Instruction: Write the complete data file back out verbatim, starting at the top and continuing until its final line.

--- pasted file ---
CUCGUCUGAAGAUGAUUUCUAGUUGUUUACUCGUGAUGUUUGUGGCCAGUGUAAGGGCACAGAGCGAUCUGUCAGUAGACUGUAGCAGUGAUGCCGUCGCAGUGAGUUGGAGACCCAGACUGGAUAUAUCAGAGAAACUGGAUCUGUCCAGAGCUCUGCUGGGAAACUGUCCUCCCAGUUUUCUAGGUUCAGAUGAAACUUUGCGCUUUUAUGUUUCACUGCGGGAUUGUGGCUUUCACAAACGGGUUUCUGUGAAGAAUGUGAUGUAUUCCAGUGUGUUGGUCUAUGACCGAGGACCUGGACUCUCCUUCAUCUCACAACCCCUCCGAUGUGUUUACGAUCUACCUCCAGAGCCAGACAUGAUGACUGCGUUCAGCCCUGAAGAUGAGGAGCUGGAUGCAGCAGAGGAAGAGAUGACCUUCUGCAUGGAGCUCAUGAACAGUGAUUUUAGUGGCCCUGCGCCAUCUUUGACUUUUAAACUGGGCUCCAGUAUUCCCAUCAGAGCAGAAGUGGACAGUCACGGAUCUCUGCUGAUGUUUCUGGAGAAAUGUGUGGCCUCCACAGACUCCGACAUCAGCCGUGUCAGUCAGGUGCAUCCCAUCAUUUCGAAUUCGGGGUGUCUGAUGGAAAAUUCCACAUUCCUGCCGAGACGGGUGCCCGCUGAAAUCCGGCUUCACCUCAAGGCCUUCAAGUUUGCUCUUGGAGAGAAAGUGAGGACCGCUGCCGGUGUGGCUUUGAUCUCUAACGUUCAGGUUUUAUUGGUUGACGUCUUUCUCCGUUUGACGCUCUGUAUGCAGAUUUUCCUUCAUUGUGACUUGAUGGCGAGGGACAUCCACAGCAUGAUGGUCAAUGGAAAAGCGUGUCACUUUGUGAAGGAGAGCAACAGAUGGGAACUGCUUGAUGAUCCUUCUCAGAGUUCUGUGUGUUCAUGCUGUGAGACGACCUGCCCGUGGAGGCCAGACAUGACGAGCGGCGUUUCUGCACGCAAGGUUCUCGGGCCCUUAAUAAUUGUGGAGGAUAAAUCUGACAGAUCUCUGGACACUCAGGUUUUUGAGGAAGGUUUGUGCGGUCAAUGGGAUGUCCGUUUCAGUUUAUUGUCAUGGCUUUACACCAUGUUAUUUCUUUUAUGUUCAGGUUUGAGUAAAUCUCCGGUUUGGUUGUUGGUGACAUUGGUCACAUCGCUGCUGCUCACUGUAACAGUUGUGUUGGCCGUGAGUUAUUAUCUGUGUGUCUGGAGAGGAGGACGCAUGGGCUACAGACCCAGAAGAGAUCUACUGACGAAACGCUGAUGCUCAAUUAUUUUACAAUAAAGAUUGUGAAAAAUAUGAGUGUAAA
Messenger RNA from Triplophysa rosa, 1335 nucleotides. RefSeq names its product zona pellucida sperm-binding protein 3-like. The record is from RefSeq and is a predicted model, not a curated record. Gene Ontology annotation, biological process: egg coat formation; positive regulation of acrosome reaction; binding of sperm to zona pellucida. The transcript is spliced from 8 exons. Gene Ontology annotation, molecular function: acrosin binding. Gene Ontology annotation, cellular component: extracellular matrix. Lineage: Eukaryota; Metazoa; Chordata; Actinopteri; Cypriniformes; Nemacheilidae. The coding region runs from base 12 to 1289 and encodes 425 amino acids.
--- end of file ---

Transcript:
CUCGUCUGAAGAUGAUUUCUAGUUGUUUACUCGUGAUGUUUGUGGCCAGUGUAAGGGCACAGAGCGAUCUGUCAGUAGACUGUAGCAGUGAUGCCGUCGCAGUGAGUUGGAGACCCAGACUGGAUAUAUCAGAGAAACUGGAUCUGUCCAGAGCUCUGCUGGGAAACUGUCCUCCCAGUUUUCUAGGUUCAGAUGAAACUUUGCGCUUUUAUGUUUCACUGCGGGAUUGUGGCUUUCACAAACGGGUUUCUGUGAAGAAUGUGAUGUAUUCCAGUGUGUUGGUCUAUGACCGAGGACCUGGACUCUCCUUCAUCUCACAACCCCUCCGAUGUGUUUACGAUCUACCUCCAGAGCCAGACAUGAUGACUGCGUUCAGCCCUGAAGAUGAGGAGCUGGAUGCAGCAGAGGAAGAGAUGACCUUCUGCAUGGAGCUCAUGAACAGUGAUUUUAGUGGCCCUGCGCCAUCUUUGACUUUUAAACUGGGCUCCAGUAUUCCCAUCAGAGCAGAAGUGGACAGUCACGGAUCUCUGCUGAUGUUUCUGGAGAAAUGUGUGGCCUCCACAGACUCCGACAUCAGCCGUGUCAGUCAGGUGCAUCCCAUCAUUUCGAAUUCGGGGUGUCUGAUGGAAAAUUCCACAUUCCUGCCGAGACGGGUGCCCGCUGAAAUCCGGCUUCACCUCAAGGCCUUCAAGUUUGCUCUUGGAGAGAAAGUGAGGACCGCUGCCGGUGUGGCUUUGAUCUCUAACGUUCAGGUUUUAUUGGUUGACGUCUUUCUCCGUUUGACGCUCUGUAUGCAGAUUUUCCUUCAUUGUGACUUGAUGGCGAGGGACAUCCACAGCAUGAUGGUCAAUGGAAAAGCGUGUCACUUUGUGAAGGAGAGCAACAGAUGGGAACUGCUUGAUGAUCCUUCUCAGAGUUCUGUGUGUUCAUGCUGUGAGACGACCUGCCCGUGGAGGCCAGACAUGACGAGCGGCGUUUCUGCACGCAAGGUUCUCGGGCCCUUAAUAAUUGUGGAGGAUAAAUCUGACAGAUCUCUGGACACUCAGGUUUUUGAGGAAGGUUUGUGCGGUCAAUGGGAUGUCCGUUUCAGUUUAUUGUCAUGGCUUUACACCAUGUUAUUUCUUUUAUGUUCAGGUUUGAGUAAAUCUCCGGUUUGGUUGUUGGUGACAUUGGUCACAUCGCUGCUGCUCACUGUAACAGUUGUGUUGGCCGUGAGUUAUUAUCUGUGUGUCUGGAGAGGAGGACGCAUGGGCUACAGACCCAGAAGAGAUCUACUGACGAAACGCUGAUGCUCAAUUAUUUUACAAUAAAGAUUGUGAAAAAUAUGAGUGUAAA
Messenger RNA from Triplophysa rosa, 1335 nucleotides. RefSeq names its product zona pellucida sperm-binding protein 3-like. The record is from RefSeq and is a predicted model, not a curated record. Gene Ontology annotation, biological process: egg coat formation; positive regulation of acrosome reaction; binding of sperm to zona pellucida. The transcript is spliced from 8 exons. Gene Ontology annotation, molecular function: acrosin binding. Gene Ontology annotation, cellular component: extracellular matrix. Lineage: Eukaryota; Metazoa; Chordata; Actinopteri; Cypriniformes; Nemacheilidae. The coding region runs from base 12 to 1289 and encodes 425 amino acids.